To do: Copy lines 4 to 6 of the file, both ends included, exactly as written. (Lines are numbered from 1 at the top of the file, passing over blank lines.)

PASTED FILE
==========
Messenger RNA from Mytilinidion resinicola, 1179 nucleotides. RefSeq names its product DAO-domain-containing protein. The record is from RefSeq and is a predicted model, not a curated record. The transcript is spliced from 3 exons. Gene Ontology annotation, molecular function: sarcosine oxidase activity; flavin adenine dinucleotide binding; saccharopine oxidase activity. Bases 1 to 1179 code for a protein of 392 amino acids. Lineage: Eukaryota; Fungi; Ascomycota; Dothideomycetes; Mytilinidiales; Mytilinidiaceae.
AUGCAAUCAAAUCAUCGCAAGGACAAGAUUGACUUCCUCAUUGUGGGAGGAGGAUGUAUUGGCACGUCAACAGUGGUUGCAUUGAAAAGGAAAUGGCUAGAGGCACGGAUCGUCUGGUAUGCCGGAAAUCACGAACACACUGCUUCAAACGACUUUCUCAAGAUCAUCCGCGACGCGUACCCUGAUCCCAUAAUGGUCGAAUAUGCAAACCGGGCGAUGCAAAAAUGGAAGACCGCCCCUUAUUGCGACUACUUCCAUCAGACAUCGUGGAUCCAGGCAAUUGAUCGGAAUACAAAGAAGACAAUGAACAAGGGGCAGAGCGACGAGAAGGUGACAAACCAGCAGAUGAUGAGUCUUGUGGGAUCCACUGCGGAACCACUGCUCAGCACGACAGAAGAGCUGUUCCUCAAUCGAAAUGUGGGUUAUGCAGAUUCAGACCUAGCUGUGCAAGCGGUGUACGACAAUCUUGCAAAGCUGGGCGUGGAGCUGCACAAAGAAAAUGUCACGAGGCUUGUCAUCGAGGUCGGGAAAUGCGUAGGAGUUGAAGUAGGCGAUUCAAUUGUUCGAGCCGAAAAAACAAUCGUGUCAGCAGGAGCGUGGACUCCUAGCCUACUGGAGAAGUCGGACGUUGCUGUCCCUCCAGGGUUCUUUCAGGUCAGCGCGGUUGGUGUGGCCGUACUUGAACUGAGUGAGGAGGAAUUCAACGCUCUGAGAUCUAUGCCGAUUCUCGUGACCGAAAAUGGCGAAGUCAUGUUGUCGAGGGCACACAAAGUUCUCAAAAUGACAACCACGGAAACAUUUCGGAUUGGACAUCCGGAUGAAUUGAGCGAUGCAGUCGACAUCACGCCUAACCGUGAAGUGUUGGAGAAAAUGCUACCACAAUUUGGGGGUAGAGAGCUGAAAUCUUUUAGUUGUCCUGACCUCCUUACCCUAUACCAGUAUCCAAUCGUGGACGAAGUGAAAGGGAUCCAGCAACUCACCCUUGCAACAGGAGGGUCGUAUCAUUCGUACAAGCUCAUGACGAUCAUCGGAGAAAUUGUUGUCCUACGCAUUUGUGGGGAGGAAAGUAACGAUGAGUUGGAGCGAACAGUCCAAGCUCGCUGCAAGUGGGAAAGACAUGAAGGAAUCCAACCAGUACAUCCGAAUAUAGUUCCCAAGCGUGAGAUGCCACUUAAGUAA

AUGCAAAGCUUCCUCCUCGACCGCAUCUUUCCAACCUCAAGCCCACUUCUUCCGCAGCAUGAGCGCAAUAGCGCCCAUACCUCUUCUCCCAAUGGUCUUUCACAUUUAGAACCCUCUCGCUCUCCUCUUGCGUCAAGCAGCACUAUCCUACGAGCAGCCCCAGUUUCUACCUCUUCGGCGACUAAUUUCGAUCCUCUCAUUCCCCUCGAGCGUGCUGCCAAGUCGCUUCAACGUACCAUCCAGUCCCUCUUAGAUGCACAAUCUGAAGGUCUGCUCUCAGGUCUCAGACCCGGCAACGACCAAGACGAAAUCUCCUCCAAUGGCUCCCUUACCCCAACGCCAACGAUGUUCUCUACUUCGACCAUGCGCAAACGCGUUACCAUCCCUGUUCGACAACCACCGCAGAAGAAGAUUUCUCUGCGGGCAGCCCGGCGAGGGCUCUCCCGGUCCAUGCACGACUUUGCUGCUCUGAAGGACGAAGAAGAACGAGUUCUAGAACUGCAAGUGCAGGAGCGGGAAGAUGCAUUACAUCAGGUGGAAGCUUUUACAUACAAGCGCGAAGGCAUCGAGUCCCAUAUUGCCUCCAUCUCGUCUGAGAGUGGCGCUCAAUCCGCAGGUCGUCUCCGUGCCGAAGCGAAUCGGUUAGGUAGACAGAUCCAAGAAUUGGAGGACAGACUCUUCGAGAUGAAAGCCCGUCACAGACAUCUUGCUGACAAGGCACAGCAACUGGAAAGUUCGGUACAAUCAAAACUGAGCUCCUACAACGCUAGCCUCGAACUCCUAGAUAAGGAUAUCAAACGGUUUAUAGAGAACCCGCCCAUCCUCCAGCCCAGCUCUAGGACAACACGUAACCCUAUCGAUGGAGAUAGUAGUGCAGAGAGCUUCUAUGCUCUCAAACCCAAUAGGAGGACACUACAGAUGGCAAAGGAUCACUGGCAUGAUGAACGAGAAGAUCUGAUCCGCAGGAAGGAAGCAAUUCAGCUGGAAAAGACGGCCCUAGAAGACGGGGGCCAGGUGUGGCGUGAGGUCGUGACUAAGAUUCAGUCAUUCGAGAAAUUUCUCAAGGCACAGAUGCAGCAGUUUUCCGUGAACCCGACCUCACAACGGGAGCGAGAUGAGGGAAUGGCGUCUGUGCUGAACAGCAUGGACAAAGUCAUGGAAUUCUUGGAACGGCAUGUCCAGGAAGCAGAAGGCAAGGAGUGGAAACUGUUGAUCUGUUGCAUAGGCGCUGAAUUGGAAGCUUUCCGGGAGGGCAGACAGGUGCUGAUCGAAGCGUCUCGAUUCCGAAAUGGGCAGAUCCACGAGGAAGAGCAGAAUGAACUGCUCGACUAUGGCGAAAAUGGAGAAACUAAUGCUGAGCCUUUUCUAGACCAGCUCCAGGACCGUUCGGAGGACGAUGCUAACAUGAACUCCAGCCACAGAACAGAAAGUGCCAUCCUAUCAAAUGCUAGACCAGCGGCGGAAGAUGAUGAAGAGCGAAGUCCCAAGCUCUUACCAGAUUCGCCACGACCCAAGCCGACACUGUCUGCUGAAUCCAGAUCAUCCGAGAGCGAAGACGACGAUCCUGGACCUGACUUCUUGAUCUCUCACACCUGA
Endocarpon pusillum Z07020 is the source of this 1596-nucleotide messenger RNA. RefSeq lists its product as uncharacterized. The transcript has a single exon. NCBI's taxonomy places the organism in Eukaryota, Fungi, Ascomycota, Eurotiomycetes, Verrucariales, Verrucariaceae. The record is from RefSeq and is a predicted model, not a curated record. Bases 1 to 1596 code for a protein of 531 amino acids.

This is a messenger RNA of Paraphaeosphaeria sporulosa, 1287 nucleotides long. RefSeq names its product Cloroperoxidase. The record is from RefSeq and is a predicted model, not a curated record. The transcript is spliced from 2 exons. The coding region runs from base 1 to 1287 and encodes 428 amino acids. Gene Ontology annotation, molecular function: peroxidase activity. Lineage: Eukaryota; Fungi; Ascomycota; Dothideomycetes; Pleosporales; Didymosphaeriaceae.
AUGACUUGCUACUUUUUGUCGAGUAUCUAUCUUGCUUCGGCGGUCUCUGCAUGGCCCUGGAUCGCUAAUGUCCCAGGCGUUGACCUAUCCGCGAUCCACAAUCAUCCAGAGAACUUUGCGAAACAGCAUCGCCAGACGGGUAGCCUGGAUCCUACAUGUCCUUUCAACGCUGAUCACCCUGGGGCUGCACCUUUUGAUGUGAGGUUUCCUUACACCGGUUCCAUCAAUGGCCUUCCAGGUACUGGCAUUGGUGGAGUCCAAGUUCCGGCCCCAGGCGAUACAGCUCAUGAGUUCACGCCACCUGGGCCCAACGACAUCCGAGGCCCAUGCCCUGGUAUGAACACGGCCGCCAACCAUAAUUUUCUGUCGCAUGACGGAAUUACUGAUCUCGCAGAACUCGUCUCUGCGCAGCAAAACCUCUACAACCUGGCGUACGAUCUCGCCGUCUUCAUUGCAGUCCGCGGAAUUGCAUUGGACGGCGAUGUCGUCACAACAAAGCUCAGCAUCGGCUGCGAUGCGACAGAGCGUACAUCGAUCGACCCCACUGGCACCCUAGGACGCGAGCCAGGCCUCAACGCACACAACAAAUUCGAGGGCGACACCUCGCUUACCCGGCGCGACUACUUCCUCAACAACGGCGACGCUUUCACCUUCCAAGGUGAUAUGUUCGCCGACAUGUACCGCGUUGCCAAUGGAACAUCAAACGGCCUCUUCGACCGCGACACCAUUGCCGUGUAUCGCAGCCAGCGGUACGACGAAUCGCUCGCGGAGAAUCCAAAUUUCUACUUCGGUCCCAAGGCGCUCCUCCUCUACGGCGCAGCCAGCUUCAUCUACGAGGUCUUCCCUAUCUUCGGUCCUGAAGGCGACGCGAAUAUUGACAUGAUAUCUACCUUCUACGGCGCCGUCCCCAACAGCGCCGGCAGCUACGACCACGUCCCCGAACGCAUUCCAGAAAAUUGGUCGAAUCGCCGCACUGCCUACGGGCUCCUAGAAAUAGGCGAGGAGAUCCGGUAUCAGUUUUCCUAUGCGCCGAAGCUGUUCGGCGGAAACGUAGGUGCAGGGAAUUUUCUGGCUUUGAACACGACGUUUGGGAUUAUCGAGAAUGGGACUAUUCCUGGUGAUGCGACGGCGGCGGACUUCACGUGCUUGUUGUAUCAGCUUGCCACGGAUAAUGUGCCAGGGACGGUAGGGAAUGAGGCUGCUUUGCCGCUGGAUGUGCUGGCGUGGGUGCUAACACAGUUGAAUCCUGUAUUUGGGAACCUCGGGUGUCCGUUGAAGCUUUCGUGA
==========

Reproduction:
Endocarpon pusillum Z07020 is the source of this 1596-nucleotide messenger RNA. RefSeq lists its product as uncharacterized. The transcript has a single exon. NCBI's taxonomy places the organism in Eukaryota, Fungi, Ascomycota, Eurotiomycetes, Verrucariales, Verrucariaceae. The record is from RefSeq and is a predicted model, not a curated record. Bases 1 to 1596 code for a protein of 531 amino acids.

This is a messenger RNA of Paraphaeosphaeria sporulosa, 1287 nucleotides long. RefSeq names its product Cloroperoxidase. The record is from RefSeq and is a predicted model, not a curated record. The transcript is spliced from 2 exons. The coding region runs from base 1 to 1287 and encodes 428 amino acids. Gene Ontology annotation, molecular function: peroxidase activity. Lineage: Eukaryota; Fungi; Ascomycota; Dothideomycetes; Pleosporales; Didymosphaeriaceae.
AUGACUUGCUACUUUUUGUCGAGUAUCUAUCUUGCUUCGGCGGUCUCUGCAUGGCCCUGGAUCGCUAAUGUCCCAGGCGUUGACCUAUCCGCGAUCCACAAUCAUCCAGAGAACUUUGCGAAACAGCAUCGCCAGACGGGUAGCCUGGAUCCUACAUGUCCUUUCAACGCUGAUCACCCUGGGGCUGCACCUUUUGAUGUGAGGUUUCCUUACACCGGUUCCAUCAAUGGCCUUCCAGGUACUGGCAUUGGUGGAGUCCAAGUUCCGGCCCCAGGCGAUACAGCUCAUGAGUUCACGCCACCUGGGCCCAACGACAUCCGAGGCCCAUGCCCUGGUAUGAACACGGCCGCCAACCAUAAUUUUCUGUCGCAUGACGGAAUUACUGAUCUCGCAGAACUCGUCUCUGCGCAGCAAAACCUCUACAACCUGGCGUACGAUCUCGCCGUCUUCAUUGCAGUCCGCGGAAUUGCAUUGGACGGCGAUGUCGUCACAACAAAGCUCAGCAUCGGCUGCGAUGCGACAGAGCGUACAUCGAUCGACCCCACUGGCACCCUAGGACGCGAGCCAGGCCUCAACGCACACAACAAAUUCGAGGGCGACACCUCGCUUACCCGGCGCGACUACUUCCUCAACAACGGCGACGCUUUCACCUUCCAAGGUGAUAUGUUCGCCGACAUGUACCGCGUUGCCAAUGGAACAUCAAACGGCCUCUUCGACCGCGACACCAUUGCCGUGUAUCGCAGCCAGCGGUACGACGAAUCGCUCGCGGAGAAUCCAAAUUUCUACUUCGGUCCCAAGGCGCUCCUCCUCUACGGCGCAGCCAGCUUCAUCUACGAGGUCUUCCCUAUCUUCGGUCCUGAAGGCGACGCGAAUAUUGACAUGAUAUCUACCUUCUACGGCGCCGUCCCCAACAGCGCCGGCAGCUACGACCACGUCCCCGAACGCAUUCCAGAAAAUUGGUCGAAUCGCCGCACUGCCUACGGGCUCCUAGAAAUAGGCGAGGAGAUCCGGUAUCAGUUUUCCUAUGCGCCGAAGCUGUUCGGCGGAAACGUAGGUGCAGGGAAUUUUCUGGCUUUGAACACGACGUUUGGGAUUAUCGAGAAUGGGACUAUUCCUGGUGAUGCGACGGCGGCGGACUUCACGUGCUUGUUGUAUCAGCUUGCCACGGAUAAUGUGCCAGGGACGGUAGGGAAUGAGGCUGCUUUGCCGCUGGAUGUGCUGGCGUGGGUGCUAACACAGUUGAAUCCUGUAUUUGGGAACCUCGGGUGUCCGUUGAAGCUUUCGUGA